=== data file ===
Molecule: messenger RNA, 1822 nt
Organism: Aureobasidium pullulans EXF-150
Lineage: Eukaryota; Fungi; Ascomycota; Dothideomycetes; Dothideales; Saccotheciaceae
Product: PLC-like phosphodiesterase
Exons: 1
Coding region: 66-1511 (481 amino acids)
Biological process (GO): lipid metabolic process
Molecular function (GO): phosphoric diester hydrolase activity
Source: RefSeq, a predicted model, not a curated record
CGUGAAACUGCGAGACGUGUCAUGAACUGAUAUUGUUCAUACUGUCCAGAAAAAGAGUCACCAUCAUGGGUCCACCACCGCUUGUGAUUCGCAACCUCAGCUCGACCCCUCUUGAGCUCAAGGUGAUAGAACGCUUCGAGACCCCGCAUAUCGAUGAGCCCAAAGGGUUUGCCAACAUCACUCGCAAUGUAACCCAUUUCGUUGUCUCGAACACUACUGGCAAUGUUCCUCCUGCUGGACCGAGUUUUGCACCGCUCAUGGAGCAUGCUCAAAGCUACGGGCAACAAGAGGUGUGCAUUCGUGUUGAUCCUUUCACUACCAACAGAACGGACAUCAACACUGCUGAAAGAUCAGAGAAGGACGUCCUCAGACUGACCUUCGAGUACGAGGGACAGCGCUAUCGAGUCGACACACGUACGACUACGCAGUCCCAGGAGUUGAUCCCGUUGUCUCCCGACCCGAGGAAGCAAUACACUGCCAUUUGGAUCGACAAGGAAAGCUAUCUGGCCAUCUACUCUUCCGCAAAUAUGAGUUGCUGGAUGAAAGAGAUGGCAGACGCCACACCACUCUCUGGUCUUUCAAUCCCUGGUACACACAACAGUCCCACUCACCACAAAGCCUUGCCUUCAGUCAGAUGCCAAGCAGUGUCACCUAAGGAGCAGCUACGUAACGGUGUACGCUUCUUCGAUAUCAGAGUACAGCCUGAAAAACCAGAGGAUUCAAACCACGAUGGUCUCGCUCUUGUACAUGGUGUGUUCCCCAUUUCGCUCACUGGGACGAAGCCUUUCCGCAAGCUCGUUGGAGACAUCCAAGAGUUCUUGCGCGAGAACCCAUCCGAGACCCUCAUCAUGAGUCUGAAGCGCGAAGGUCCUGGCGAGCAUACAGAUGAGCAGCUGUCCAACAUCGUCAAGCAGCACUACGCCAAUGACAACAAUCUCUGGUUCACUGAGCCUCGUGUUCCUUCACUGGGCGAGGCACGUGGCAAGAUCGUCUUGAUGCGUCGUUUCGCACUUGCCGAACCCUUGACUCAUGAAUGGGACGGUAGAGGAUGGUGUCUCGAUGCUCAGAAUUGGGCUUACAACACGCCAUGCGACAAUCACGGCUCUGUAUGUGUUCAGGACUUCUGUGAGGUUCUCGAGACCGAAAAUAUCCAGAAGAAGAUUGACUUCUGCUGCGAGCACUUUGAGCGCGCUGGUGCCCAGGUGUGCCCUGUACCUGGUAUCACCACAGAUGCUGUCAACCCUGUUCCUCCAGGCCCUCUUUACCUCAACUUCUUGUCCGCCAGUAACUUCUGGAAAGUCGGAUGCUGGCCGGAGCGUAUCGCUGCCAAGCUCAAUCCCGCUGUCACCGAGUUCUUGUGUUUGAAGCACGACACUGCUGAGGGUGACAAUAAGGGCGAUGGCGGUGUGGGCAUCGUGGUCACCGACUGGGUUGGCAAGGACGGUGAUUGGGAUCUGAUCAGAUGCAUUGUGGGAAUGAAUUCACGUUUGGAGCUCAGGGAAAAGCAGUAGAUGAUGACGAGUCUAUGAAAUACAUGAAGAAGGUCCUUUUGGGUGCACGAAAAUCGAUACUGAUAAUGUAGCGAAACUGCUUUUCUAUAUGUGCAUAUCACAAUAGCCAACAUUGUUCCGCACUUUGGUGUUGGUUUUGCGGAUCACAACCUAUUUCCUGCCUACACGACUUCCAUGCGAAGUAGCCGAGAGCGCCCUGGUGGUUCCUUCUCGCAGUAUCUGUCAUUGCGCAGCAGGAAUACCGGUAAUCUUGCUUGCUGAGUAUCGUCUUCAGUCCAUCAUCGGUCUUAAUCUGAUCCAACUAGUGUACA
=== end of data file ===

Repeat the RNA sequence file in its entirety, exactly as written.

Molecule: messenger RNA, 1822 nt
Organism: Aureobasidium pullulans EXF-150
Lineage: Eukaryota; Fungi; Ascomycota; Dothideomycetes; Dothideales; Saccotheciaceae
Product: PLC-like phosphodiesterase
Exons: 1
Coding region: 66-1511 (481 amino acids)
Biological process (GO): lipid metabolic process
Molecular function (GO): phosphoric diester hydrolase activity
Source: RefSeq, a predicted model, not a curated record
CGUGAAACUGCGAGACGUGUCAUGAACUGAUAUUGUUCAUACUGUCCAGAAAAAGAGUCACCAUCAUGGGUCCACCACCGCUUGUGAUUCGCAACCUCAGCUCGACCCCUCUUGAGCUCAAGGUGAUAGAACGCUUCGAGACCCCGCAUAUCGAUGAGCCCAAAGGGUUUGCCAACAUCACUCGCAAUGUAACCCAUUUCGUUGUCUCGAACACUACUGGCAAUGUUCCUCCUGCUGGACCGAGUUUUGCACCGCUCAUGGAGCAUGCUCAAAGCUACGGGCAACAAGAGGUGUGCAUUCGUGUUGAUCCUUUCACUACCAACAGAACGGACAUCAACACUGCUGAAAGAUCAGAGAAGGACGUCCUCAGACUGACCUUCGAGUACGAGGGACAGCGCUAUCGAGUCGACACACGUACGACUACGCAGUCCCAGGAGUUGAUCCCGUUGUCUCCCGACCCGAGGAAGCAAUACACUGCCAUUUGGAUCGACAAGGAAAGCUAUCUGGCCAUCUACUCUUCCGCAAAUAUGAGUUGCUGGAUGAAAGAGAUGGCAGACGCCACACCACUCUCUGGUCUUUCAAUCCCUGGUACACACAACAGUCCCACUCACCACAAAGCCUUGCCUUCAGUCAGAUGCCAAGCAGUGUCACCUAAGGAGCAGCUACGUAACGGUGUACGCUUCUUCGAUAUCAGAGUACAGCCUGAAAAACCAGAGGAUUCAAACCACGAUGGUCUCGCUCUUGUACAUGGUGUGUUCCCCAUUUCGCUCACUGGGACGAAGCCUUUCCGCAAGCUCGUUGGAGACAUCCAAGAGUUCUUGCGCGAGAACCCAUCCGAGACCCUCAUCAUGAGUCUGAAGCGCGAAGGUCCUGGCGAGCAUACAGAUGAGCAGCUGUCCAACAUCGUCAAGCAGCACUACGCCAAUGACAACAAUCUCUGGUUCACUGAGCCUCGUGUUCCUUCACUGGGCGAGGCACGUGGCAAGAUCGUCUUGAUGCGUCGUUUCGCACUUGCCGAACCCUUGACUCAUGAAUGGGACGGUAGAGGAUGGUGUCUCGAUGCUCAGAAUUGGGCUUACAACACGCCAUGCGACAAUCACGGCUCUGUAUGUGUUCAGGACUUCUGUGAGGUUCUCGAGACCGAAAAUAUCCAGAAGAAGAUUGACUUCUGCUGCGAGCACUUUGAGCGCGCUGGUGCCCAGGUGUGCCCUGUACCUGGUAUCACCACAGAUGCUGUCAACCCUGUUCCUCCAGGCCCUCUUUACCUCAACUUCUUGUCCGCCAGUAACUUCUGGAAAGUCGGAUGCUGGCCGGAGCGUAUCGCUGCCAAGCUCAAUCCCGCUGUCACCGAGUUCUUGUGUUUGAAGCACGACACUGCUGAGGGUGACAAUAAGGGCGAUGGCGGUGUGGGCAUCGUGGUCACCGACUGGGUUGGCAAGGACGGUGAUUGGGAUCUGAUCAGAUGCAUUGUGGGAAUGAAUUCACGUUUGGAGCUCAGGGAAAAGCAGUAGAUGAUGACGAGUCUAUGAAAUACAUGAAGAAGGUCCUUUUGGGUGCACGAAAAUCGAUACUGAUAAUGUAGCGAAACUGCUUUUCUAUAUGUGCAUAUCACAAUAGCCAACAUUGUUCCGCACUUUGGUGUUGGUUUUGCGGAUCACAACCUAUUUCCUGCCUACACGACUUCCAUGCGAAGUAGCCGAGAGCGCCCUGGUGGUUCCUUCUCGCAGUAUCUGUCAUUGCGCAGCAGGAAUACCGGUAAUCUUGCUUGCUGAGUAUCGUCUUCAGUCCAUCAUCGGUCUUAAUCUGAUCCAACUAGUGUACA